Sunday, December 18, 2011

Whew! Part Five - TWW Guild Roubo Build


This was easily the most intimidating part of TheWoodwhisperer Guild build for me.  I've only cut one dovetail up to this point by hand.   It did not go well.  This time I'm cutting blind dovetails and from reading the BenchCrafted instructions, you either get the fit of this vise correct, or it doesn't work well.  What good is a premium vise if it doesn't work like it should?

So, I laid out my dovetails and put my little Doc Holliday to work.  I tried to employ what Shannon Rogers has taught us at the Hand Tool School and did my best to "split the line".  I don't know if it was because I was cutting horizontally, the learning curve, or I'm just a spaz, but I managed to drift on each dovetail when cutting the right side.  Both were straight and true on the left where I could actually see the line, but the right sides both drifted to the left as I approached the bottom of the tails.

After cutting out the dovetails, I needed to "straighten" them and pare the waste.  I got to use my Knew Concepts fret saw.  I think next time I can get closer to the base, but even though I was probably being overly cautious, it was fun getting there.


Right off the bat, I found I needed to fire up the sharpening station.  My chisels and, as I found, my planes all needed drastic attention.  I had too shallow an angle on my chisels and was damaging the edge trying to chop out the waste.  The station proved to work very well.  Since I still haven't been pleased creating the initial angle on my Delta variable speed grinder, I used the DMT Duo Sharp in the bottom drawer, moved up to the wet stones, then finished on the sandpaper on glass.  Considering I was completely reshaping the blades, I was surprised how little time it took to get them from rough to a polished finish.  Because I tend to be a space cadet, I made sure to write the settings I used on for the Veritas Mark II honing guide.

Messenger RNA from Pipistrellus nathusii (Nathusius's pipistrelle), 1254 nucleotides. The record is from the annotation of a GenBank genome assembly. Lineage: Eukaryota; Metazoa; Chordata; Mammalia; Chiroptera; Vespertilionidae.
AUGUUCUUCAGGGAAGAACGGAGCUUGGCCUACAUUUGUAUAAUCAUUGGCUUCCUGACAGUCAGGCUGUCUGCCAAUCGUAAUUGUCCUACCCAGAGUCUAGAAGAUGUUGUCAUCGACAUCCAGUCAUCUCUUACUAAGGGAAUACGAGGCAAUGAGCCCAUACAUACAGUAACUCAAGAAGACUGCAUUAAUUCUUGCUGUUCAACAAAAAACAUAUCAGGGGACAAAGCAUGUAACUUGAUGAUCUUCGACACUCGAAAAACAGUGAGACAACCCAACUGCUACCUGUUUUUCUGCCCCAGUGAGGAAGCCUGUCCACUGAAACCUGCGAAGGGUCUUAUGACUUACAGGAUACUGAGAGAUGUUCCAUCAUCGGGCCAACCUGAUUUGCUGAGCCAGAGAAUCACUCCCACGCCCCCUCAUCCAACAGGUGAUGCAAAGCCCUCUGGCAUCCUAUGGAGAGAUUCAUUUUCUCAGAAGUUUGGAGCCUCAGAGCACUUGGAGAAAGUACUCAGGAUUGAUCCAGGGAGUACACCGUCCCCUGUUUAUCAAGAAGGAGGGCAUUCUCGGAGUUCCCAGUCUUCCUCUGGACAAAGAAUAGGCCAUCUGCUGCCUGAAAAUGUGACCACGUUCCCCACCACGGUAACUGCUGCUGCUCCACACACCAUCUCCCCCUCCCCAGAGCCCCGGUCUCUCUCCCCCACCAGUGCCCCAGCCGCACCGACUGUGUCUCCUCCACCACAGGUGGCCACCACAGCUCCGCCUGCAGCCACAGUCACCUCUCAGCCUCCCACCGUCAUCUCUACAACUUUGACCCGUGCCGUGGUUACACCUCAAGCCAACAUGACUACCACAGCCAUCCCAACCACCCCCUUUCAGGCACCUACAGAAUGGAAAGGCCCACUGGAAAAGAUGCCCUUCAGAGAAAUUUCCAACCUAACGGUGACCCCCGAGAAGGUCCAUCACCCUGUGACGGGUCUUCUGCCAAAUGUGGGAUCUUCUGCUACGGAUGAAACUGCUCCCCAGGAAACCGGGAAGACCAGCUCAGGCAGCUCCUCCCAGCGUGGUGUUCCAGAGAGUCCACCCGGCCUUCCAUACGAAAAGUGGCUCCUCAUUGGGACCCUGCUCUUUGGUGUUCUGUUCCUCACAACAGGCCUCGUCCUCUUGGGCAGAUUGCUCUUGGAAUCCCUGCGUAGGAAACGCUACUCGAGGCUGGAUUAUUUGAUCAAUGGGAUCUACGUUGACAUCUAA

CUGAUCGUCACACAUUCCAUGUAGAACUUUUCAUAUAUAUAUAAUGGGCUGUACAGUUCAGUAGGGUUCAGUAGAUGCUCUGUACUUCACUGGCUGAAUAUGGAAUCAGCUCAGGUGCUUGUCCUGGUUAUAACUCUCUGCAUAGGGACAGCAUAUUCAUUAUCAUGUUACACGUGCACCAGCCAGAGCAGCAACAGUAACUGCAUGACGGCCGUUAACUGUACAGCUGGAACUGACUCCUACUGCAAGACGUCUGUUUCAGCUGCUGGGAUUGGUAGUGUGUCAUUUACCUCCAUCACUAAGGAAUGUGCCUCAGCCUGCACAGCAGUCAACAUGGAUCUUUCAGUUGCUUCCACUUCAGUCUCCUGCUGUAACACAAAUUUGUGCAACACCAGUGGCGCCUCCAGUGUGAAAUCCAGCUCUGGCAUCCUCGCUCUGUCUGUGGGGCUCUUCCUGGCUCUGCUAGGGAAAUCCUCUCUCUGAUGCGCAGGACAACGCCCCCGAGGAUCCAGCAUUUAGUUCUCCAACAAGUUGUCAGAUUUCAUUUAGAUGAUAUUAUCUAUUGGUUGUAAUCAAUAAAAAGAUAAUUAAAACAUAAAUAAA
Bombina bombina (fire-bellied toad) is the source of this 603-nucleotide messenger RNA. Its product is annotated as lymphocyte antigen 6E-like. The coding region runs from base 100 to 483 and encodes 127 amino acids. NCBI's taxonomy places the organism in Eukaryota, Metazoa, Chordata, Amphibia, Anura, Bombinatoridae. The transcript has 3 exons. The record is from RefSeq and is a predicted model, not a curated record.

Once I had the tails cleaned up, I created a 1/4" rebate on the bottom of the tails to register against the end cap and transferred the tails to the end cap. 




After rigging up a clamping solution, which I will NEVER have to do again once this bench is built, I again pulled out my Bad Axe dovetail saw and got to work.  It all seemed to go well, but as you can see in the second photo, I was over zealous in marking my lines.  After using the knife to mark, I wanted to define the line a bit better with my chisel and I think I pushed too hard and "moved" the line.

After chiseling out the waste and doing a dry fit, you can see my joint had almost as big of a gap as my front teeth.
With much finessing and dry fitting, Saturday night I glued everything up and called it a day.  I did, however, return to the shop about an hour later to clean up my glue mess.  I'm still not very good at applying just the right amount.









Luckily after clamping up and paring down the end cap, it wasn't nearly as bad as I'd originally suspected.  I've thought about using glue and sawdust to help hide the mistake, but I think this is a good lesson to remember.  The second and bottom is much better than the top and, as time goes on and I keep practicing, I WILL get better.